These are new canines, a special breed. "These are Christian dogs," says the prim lady escorting them with a dual leash. She seems very proud. They look like a version of hammerhead shark on four paws. Why they are called "Christian" isn't explained, but, then, nobody seems to have to justify that about humans either.
I commute to work on foot. I work in Watsonville, a village in which I indeed was employed through much of my waking, or at least daytime, gamma minus civil savant career, but this Watsonville is different.
There is a newish ranch-style brick-and-stucco dwelling in a neighborhood of plenty of others like it. They are landscaped on hilly terrain in one of four different floor plans. I stop by this particular unit to rest. No one knows why, not the owner of the home, not me, not anybody. I just go in and lay down and sleep if I want. I'm not related to anyone here. I don't even know them. It's just where I rest on the way to work. I don't even know who devised this rest stop plan.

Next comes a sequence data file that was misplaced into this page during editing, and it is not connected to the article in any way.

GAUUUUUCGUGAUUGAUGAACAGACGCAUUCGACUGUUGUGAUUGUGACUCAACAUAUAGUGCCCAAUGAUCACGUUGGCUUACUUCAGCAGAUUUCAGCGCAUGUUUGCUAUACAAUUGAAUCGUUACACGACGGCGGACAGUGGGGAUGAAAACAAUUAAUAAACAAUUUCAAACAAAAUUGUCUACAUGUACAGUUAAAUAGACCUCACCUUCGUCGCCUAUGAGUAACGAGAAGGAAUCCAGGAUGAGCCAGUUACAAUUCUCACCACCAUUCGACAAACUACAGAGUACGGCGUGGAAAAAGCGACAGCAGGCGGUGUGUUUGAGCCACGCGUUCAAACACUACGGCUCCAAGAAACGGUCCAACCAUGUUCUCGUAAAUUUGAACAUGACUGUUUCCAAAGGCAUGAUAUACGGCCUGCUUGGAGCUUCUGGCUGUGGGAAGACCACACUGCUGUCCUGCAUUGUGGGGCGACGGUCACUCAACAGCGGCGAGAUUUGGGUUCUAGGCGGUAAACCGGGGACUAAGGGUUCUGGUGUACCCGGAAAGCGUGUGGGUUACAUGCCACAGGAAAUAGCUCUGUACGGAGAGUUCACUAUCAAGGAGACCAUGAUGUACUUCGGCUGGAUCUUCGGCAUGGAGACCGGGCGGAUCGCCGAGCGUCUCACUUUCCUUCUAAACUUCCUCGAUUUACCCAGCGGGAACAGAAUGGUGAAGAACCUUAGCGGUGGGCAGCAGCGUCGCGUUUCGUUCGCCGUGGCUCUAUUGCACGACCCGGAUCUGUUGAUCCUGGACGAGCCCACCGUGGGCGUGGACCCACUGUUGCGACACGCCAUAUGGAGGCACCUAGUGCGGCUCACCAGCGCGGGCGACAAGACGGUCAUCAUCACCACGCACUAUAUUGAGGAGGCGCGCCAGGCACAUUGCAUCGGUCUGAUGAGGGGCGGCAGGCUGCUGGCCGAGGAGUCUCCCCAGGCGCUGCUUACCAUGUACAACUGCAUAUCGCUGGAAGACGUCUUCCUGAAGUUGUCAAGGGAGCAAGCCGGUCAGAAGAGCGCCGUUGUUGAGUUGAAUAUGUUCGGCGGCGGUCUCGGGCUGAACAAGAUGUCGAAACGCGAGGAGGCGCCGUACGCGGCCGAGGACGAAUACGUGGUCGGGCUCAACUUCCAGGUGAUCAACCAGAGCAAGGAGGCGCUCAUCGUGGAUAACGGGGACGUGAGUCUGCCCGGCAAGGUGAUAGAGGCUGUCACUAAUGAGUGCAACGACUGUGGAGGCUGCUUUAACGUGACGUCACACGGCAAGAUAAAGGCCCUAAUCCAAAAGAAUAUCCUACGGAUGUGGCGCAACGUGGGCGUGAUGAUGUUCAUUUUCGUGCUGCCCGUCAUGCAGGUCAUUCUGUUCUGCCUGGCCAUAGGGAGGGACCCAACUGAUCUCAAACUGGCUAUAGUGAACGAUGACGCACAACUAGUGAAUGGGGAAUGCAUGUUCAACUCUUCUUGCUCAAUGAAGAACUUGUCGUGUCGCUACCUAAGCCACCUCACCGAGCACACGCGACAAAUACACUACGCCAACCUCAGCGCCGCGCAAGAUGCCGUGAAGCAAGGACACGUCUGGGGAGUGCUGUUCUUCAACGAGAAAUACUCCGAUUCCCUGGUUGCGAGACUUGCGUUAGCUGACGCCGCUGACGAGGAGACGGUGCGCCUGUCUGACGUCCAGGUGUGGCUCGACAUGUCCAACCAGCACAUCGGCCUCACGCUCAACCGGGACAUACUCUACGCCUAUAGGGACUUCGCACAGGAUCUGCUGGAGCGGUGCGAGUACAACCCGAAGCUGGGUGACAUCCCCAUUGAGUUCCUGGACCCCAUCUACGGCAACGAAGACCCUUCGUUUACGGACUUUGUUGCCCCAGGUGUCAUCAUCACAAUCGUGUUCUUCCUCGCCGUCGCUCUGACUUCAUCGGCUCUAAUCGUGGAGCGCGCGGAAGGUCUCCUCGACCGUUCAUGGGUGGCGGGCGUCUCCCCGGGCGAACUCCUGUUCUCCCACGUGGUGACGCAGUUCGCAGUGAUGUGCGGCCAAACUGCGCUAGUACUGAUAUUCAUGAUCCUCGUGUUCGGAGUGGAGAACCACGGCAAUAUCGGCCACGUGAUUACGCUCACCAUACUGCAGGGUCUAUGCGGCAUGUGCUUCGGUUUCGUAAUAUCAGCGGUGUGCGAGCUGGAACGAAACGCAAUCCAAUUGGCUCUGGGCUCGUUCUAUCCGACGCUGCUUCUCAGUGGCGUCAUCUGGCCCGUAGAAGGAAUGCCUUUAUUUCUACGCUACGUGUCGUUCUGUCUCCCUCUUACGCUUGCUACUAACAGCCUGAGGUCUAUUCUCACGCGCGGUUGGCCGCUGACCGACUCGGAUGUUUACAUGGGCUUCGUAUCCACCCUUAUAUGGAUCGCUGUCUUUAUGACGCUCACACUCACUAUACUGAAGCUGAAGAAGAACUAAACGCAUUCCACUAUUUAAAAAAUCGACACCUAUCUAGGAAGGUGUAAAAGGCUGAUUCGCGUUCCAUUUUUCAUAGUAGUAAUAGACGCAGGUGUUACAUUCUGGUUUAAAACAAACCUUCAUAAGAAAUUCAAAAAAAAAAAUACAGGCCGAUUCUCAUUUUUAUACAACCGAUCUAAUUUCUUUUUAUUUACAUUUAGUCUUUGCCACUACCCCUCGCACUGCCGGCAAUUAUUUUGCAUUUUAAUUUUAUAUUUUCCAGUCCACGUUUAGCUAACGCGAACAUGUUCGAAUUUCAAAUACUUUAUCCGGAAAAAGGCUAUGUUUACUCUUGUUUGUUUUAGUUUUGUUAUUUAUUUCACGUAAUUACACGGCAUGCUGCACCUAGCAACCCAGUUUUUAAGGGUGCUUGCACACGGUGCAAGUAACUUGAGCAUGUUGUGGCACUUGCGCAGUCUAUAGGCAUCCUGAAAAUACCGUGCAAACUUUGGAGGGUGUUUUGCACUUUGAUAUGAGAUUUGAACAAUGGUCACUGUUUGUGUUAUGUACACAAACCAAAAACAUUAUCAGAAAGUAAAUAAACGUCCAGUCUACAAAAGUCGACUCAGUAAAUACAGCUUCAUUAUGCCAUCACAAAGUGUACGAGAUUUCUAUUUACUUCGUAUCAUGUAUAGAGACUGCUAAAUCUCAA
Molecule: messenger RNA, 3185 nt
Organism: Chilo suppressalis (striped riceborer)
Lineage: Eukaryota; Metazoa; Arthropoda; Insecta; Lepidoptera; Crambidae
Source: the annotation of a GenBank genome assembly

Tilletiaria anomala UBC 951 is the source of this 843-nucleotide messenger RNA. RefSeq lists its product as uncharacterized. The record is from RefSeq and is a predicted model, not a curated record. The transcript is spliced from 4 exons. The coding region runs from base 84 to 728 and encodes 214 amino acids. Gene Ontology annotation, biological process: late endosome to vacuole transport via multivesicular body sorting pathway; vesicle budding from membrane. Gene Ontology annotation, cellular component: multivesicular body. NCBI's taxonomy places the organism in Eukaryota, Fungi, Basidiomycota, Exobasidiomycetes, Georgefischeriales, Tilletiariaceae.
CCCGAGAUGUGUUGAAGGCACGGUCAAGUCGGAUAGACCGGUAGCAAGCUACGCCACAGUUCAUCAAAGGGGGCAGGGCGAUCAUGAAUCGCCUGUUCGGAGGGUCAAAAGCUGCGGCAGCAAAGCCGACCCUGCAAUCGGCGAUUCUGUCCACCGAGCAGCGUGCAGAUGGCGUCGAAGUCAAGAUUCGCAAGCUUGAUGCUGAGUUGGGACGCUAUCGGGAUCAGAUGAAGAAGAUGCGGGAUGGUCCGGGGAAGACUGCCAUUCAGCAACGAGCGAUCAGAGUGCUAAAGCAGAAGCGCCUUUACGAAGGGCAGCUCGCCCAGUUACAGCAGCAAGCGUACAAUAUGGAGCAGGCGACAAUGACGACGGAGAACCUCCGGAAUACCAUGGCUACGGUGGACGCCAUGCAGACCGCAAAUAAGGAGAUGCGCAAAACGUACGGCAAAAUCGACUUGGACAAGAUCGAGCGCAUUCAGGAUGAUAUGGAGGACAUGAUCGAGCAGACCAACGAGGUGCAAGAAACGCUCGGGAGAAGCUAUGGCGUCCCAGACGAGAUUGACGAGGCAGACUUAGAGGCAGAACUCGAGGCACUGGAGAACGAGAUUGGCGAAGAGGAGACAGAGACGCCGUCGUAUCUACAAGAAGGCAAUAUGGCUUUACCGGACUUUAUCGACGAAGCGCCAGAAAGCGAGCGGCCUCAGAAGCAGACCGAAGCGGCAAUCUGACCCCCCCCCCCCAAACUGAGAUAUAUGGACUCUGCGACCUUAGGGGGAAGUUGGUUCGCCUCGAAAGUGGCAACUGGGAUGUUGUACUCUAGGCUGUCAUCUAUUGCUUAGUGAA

The owner sometimes sits and chats jovially with me, like you would the one on the next seat in a bar. I don't have to knock when I enter. I just go in, stretch, lay down. It's about half way along my route.
I run a generator. It sits by my bedside at this strange oasis, and I use it for various appliances. It isn't really noisy for generators, but it is for a non-paying guest. I think maybe I'm overstepping my bounds, but, shoot, I'm doing that just being here. Maybe we all are.
Down the front is a trail over and through rocks for the brook sculpted into the front lawn. It is slippery through here, I'm thinking, and winding, and probably treacherous. Always in dreams I go where tracks are precarious.
Why do I stop here? I don't know. But I do.